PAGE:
The best interests of the children concerned and the right to family life, according to Article 8 ECHR seem to make it impossible for the authorities in Germany and the Netherlands to end the unlawful situation created by private adopters, by refusing to recognize the private adoption and by removing the child from the new family. However, the considerations of the ECtHR in a recent judgment on surrogacy offer a new approach to dealing with private intercountry adoptions.

    • 4. Campanelli and Paradiso v. Italy  – Shifting the focus from the best interests of the child to prevention of unlawful conduct

      In 2017, the ECtHR issued a groundbreaking judgment in the case of Campanelli and Paradiso v. Italy, which concerned the removal of a surrogate-born child from his intended parents.59x ECHR 24 January 2017 (Campanelli and Paradiso v. Italy), no. 25358/12. In May 2010, an Italian couple, Mr. Campanelli and Mrs. Paradiso, contacted a Russian surrogacy clinic since surrogacy is illegal in Italy. The clinic found a surrogate mother and then delivered the baby boy with a birth certificate indicating the applicants as the child’s biological parents for a total of € 50,000. Based on the child’s birth certificate, the Italian Consulate in Moscow issued the documents that enabled him to enter Italy and informed the authorities in Italy that the child’s paperwork contained false information.
      In May 2011, the Italian prosecutor’s office opened criminal proceedings against the couple for misrepresentation of civil status, use of falsified documents as well as for violation of the Italian Adoption Act since they brought the child to Italy without the authorization of the Commission for Intercountry Adoption. In parallel, the Minors Court appointed a guardian and opened proceedings to make the child available for adoption. Since the child’s real parents were unknown, he was legally considered in a ‘state of abandonment’, i.e. deprived of all support from his parents or family members. Following the appointment of the legal guardian, the registration of the Russian birth certificate was refused. In the proceedings before the Minors Court, a team of social workers drew up a report indicating that the applicants were respected citizens that had a comfortable income and lived in a nice house and that the child was in excellent health and being cared for by the applicants to the highest standards.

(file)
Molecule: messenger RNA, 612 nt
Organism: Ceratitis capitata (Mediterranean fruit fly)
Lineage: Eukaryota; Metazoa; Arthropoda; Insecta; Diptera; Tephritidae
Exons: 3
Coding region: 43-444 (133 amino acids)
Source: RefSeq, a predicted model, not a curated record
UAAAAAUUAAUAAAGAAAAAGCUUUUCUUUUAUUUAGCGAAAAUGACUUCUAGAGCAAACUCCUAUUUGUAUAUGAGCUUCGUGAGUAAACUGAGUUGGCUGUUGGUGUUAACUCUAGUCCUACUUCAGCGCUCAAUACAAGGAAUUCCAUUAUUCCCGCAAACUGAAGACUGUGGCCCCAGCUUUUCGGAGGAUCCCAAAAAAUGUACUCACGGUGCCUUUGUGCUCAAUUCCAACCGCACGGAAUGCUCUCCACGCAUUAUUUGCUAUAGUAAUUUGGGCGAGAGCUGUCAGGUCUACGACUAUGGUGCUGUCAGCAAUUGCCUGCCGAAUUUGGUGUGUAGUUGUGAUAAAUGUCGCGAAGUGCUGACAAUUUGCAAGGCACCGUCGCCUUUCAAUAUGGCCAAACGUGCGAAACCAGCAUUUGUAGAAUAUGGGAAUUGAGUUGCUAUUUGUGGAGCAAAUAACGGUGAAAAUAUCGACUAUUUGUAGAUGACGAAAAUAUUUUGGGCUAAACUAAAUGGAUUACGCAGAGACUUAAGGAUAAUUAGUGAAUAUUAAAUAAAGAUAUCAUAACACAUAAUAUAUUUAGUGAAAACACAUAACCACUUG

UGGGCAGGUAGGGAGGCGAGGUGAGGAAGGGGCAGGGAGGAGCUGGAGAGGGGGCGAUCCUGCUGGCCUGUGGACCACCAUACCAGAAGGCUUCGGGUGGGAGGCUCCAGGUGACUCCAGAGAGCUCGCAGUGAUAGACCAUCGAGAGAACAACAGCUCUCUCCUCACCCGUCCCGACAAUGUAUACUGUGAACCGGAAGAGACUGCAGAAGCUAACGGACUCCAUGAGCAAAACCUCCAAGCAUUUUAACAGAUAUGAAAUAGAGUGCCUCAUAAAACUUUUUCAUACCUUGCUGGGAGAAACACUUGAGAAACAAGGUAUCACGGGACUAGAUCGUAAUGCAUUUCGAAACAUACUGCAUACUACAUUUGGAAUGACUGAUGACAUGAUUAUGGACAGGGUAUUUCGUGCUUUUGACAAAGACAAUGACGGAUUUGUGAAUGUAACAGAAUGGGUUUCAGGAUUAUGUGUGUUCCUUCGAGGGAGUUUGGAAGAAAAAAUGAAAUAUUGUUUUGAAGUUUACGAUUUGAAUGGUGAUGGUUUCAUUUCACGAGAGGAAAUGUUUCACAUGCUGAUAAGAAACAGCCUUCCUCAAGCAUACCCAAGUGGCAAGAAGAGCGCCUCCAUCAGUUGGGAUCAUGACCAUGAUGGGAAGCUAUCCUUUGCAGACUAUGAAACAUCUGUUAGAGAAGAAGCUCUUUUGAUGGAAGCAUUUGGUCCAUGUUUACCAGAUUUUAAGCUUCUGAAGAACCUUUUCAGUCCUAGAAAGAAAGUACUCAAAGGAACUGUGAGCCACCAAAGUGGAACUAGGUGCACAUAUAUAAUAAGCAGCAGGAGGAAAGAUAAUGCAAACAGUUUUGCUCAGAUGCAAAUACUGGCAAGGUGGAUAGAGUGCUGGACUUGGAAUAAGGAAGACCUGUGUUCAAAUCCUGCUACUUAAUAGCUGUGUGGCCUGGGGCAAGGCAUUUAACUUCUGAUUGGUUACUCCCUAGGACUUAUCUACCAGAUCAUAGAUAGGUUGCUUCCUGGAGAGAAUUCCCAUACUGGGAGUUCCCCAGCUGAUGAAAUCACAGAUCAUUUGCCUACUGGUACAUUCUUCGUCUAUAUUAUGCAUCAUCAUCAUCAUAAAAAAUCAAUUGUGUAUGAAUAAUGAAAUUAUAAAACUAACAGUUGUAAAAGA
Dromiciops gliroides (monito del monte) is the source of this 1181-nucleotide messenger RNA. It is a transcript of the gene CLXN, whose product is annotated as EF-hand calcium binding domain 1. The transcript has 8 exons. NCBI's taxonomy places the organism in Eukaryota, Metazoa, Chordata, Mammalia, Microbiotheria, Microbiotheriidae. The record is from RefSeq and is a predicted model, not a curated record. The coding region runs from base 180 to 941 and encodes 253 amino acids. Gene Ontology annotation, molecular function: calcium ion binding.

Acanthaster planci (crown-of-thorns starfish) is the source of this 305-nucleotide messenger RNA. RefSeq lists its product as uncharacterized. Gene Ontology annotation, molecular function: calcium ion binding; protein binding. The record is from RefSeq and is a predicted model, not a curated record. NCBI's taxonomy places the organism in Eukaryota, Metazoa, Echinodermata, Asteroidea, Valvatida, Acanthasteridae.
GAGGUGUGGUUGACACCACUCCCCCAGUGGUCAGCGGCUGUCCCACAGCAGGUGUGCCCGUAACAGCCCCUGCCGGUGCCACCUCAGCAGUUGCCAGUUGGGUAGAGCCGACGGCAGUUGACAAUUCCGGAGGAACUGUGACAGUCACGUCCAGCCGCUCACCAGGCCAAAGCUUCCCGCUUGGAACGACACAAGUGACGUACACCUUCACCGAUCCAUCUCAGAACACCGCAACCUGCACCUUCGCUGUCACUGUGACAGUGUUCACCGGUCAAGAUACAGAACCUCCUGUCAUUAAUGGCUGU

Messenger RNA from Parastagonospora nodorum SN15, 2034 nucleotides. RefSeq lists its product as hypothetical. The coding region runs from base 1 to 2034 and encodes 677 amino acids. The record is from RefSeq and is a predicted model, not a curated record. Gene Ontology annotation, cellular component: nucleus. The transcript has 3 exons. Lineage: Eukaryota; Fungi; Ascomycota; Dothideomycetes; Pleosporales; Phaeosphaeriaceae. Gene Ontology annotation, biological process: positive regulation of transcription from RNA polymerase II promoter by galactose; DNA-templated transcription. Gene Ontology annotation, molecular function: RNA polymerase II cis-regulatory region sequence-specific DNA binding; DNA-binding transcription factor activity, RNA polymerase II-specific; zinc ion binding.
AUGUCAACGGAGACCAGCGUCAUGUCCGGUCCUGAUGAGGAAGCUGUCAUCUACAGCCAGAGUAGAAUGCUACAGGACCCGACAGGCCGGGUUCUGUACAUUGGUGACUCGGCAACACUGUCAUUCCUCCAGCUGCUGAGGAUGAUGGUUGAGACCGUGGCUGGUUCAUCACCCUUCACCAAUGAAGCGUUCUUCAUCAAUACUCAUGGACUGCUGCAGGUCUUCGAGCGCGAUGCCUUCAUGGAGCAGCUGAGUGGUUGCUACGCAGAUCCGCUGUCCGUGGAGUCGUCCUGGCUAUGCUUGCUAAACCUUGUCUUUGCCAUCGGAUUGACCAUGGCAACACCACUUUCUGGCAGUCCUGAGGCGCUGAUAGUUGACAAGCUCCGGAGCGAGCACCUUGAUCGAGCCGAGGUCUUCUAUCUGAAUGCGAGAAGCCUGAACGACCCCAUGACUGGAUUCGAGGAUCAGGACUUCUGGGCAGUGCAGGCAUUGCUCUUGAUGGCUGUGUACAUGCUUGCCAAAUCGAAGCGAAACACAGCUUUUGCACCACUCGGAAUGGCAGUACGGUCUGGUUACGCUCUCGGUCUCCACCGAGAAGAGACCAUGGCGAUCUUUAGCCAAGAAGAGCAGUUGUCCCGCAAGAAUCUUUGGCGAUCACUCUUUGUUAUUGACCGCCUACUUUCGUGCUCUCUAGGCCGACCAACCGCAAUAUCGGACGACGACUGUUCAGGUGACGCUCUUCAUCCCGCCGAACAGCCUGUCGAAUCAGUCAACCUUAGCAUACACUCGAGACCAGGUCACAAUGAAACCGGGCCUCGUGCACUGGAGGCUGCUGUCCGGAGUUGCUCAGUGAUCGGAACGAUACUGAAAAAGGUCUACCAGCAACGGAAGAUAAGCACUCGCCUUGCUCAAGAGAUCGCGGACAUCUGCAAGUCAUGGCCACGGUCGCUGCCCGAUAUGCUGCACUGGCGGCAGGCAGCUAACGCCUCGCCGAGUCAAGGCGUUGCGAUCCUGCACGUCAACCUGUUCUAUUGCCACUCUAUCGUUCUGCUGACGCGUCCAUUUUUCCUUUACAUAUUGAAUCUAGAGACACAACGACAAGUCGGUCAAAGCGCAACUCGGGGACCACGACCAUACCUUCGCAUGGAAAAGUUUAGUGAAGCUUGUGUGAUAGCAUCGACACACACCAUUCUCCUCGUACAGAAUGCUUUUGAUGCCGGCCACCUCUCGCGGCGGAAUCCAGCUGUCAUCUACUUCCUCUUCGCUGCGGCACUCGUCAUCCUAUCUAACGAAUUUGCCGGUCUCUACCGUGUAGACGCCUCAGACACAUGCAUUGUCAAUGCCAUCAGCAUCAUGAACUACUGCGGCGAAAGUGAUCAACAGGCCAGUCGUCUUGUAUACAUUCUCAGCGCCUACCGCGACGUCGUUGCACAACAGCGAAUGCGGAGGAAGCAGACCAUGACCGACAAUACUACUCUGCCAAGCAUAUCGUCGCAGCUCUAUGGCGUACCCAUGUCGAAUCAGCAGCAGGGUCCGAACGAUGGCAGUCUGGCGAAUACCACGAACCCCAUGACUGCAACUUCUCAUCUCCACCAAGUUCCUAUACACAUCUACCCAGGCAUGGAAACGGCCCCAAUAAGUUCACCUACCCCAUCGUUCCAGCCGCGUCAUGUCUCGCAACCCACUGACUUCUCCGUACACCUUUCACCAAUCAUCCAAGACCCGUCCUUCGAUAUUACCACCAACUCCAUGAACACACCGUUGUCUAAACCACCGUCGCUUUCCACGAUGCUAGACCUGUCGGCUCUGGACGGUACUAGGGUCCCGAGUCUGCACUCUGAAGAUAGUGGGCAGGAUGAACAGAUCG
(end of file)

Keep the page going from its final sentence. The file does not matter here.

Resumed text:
The couple believed that Mr. Campanelli was the child’s biological father, whereas the egg came from an anonymous donor. However, DNA testing ordered by the court showed that there was no genetic link between the child and the couple, revealing an error in the clinic. The applicants asked for the child to be placed with them, with a view to adopting him if necessary. They asked a psychologist to draw up a report on the child’s well-being. This report indicated that the applicants who were attentive to the child’s needs had developed a deep emotional bond with him. It concluded that the applicants were suitable parents and that a removal would have devastating consequences for the child who would go through a depressive phase on a count of the loss of the key persons in his life.